What Does Cask Strength Mean?

When I first started enjoying scotch, I was like every novice, I thought that more was better. The older the bottling, the better the scotch, right? The higher the alcohol by volume, the better the scotch, right? But like many things, older doesn’t mean better and neither does more.

When whisky is made, it’s stored in casks, or barrels, for many years. This new make whisky, as it’s called, can have an alcohol content anywhere from 60%-75%, depending on distillation. It’s potent stuff. As it matures, it loses some of its potency, known as the angel’s share. When it’s removed, depending on how old it is, it can still have a fairly high percentage of alcohol.

Normally distilled water is added to normalize the alcohol content to the standard bottling levels, however sometimes they normalize it at a might higher alcohol content for cask strength bottlings. For example, The Macallan Cask Strength, which has no age statement, has an alcohol by volume of 58.5%.

Is cask strength better? That’s debatable. At 58.5%, the burn of alcohol overpowers many of the subtle flavors in scotch. However, some people like the idea that you can get a taste of what it’s like straight out of the barrel, before water is added to bring it down to more pedestrian alcohol by volume levels. You can adjust it to your liking, instead of accepting the more standard levels of 43% or 40%.

I think it’s worth a try but unless you like your nose hairs singed off, I’d avoid getting a whole bottle.

About Jim

Jim is the founder of Scotch Addict and one of the many fans of whisky in all its forms. Connect with me on Google+.
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5 Responses to What Does Cask Strength Mean?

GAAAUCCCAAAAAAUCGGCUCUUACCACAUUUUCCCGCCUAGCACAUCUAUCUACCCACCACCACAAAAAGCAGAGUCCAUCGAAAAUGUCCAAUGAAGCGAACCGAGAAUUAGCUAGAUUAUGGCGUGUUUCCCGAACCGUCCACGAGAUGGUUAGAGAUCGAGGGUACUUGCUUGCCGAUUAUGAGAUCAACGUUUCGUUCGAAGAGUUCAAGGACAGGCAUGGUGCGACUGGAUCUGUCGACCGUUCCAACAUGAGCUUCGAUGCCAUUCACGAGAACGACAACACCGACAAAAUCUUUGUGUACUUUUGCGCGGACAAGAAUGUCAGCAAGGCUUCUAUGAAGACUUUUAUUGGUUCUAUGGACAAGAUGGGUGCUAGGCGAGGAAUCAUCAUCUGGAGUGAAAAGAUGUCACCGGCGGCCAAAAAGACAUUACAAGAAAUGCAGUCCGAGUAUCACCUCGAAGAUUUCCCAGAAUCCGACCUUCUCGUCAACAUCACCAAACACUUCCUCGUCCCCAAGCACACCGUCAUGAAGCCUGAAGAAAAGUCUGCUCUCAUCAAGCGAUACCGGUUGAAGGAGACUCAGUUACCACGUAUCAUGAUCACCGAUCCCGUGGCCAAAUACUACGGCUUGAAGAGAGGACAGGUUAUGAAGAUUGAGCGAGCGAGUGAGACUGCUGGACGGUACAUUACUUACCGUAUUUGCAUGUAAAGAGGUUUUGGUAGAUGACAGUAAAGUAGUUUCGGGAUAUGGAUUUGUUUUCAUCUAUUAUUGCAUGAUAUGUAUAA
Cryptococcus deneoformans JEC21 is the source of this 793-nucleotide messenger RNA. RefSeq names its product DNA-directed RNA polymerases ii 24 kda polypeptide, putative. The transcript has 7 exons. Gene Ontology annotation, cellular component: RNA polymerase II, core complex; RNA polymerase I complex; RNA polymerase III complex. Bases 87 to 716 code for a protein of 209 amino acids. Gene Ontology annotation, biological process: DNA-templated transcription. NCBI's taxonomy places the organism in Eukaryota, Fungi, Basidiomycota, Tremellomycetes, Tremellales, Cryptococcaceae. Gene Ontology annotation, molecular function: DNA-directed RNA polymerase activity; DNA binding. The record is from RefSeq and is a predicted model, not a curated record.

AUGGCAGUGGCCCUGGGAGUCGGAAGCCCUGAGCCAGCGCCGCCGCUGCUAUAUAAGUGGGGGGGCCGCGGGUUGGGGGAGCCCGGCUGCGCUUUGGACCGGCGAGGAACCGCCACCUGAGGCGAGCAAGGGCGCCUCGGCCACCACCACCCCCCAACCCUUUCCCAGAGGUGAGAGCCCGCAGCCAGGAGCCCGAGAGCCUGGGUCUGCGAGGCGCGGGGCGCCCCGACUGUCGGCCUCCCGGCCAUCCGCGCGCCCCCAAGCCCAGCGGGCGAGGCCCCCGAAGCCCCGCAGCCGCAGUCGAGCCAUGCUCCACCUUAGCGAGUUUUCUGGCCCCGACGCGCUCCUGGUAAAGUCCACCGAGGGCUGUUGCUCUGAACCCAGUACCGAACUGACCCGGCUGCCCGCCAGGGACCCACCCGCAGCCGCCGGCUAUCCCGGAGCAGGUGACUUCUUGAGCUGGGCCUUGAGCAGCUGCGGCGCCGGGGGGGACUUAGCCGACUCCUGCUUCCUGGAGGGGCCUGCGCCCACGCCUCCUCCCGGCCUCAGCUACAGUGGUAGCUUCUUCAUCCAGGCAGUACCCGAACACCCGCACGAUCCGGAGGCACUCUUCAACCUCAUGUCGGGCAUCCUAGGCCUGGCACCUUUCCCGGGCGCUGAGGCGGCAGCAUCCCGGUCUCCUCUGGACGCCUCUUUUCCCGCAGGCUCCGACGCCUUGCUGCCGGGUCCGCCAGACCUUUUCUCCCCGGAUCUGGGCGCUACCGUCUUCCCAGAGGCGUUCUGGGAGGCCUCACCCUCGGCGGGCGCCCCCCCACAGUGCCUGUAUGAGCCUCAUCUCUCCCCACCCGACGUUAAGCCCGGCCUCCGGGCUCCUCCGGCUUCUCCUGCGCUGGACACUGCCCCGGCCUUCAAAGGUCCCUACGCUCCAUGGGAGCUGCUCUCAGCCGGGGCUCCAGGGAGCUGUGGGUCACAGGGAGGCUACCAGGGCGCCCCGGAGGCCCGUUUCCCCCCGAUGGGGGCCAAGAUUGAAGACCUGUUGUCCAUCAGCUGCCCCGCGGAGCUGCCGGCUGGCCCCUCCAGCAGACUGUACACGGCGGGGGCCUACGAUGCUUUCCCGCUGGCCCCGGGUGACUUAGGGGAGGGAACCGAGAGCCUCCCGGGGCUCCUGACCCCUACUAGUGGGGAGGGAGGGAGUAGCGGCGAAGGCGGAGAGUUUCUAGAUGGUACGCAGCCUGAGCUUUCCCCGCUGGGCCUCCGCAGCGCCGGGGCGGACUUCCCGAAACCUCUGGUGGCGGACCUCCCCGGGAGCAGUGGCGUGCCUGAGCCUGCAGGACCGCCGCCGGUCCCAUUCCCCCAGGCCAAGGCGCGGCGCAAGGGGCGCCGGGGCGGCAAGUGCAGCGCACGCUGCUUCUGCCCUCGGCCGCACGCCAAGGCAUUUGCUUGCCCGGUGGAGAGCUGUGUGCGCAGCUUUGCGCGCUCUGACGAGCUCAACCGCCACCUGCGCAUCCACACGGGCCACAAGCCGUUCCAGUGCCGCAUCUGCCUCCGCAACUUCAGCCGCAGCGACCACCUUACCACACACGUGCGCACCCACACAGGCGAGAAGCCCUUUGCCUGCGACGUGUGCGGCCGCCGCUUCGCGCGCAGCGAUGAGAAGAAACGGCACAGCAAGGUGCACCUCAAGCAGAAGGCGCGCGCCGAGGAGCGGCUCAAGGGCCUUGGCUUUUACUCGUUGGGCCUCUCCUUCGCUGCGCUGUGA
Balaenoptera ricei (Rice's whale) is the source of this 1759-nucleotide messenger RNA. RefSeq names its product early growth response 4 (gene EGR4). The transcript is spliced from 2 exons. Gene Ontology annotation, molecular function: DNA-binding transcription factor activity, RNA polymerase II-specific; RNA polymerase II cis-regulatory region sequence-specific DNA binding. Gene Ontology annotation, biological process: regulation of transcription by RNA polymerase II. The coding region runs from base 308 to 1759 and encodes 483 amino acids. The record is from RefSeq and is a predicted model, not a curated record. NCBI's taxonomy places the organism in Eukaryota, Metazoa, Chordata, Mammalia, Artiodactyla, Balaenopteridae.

1. Camille says:

    You mentioned that the angel’s share is a loss of potency, but everywhere I’ve read has said that it’s a loss of volume, which doesn’t necessarily mean a loss of potency and can actually mean an increase in alcohol percentage (depending on what’s being “shared,” kind of like when people boil water thinking it’s getting rid of chemicals, when the steam being let off really just means the water now has a higher percentage of chemicals.)
    Do you mind clearing this up for me?

  2. Julio A says:

    Camille, the angels share refers to volume lost to evaporation. It goes up in the air hence the name. The overwhelming majority of the evaporate is alcohol, since alcohol evaporates at a lower temperature than water. Therefore the evaporation will reduce potency as well as volume, since the volume lost was of a higher alcohol content than the rest of the barrel.

  3. Ol' Jas says:

    Camile’s question is better than Julio’s answer. He’s got the right idea but he over-generalizes.

    During maturation, a bunch of everything does indeed evaporate. In a climate like Scotland’s, the alcohol does indeed evaporate in a greater degree than the other stuff, so the barrel’s ABV typically decreases. In other climates — like the American South, I believe — the alcohol evaporate in a LESSER degree than the other stuff, so the barrel’s ABV increases.

  4. Digger Dave says:

    During the Napoleonic Wars, the British Navy dipped barrels of Rum in pitch (what we now would call Tar) to prevent loss of Rum by evaporation and also to make it harder for opportunist sailors to steal the contents. The term “Nelson’s Blood” originated when his body was shipped home after Trafalgar in a cask of rum & much of the (liquid) contents were drunk by sailors .
    My question is, has any distillery tried coating their oak casks in tar to avoid evaporation loss but still permit maturation to occur? If this could be done, it would make a marked financial improvement to the profitability of distilleries, given that whisky goes into the oak at over 90% and comes out in the high 60’s. If tar has been shown to have a pervasive flavour/taste/aroma that detracts from the natural qualities of whisky, the question remains as to whether certain products of modern chemistry might well seal a cask without intruding foreign properties.

    • Jim says:

      Wow I’d never heard of this before… I wonder if the tar could potentially have an impact? The barrel would be porous both ways…

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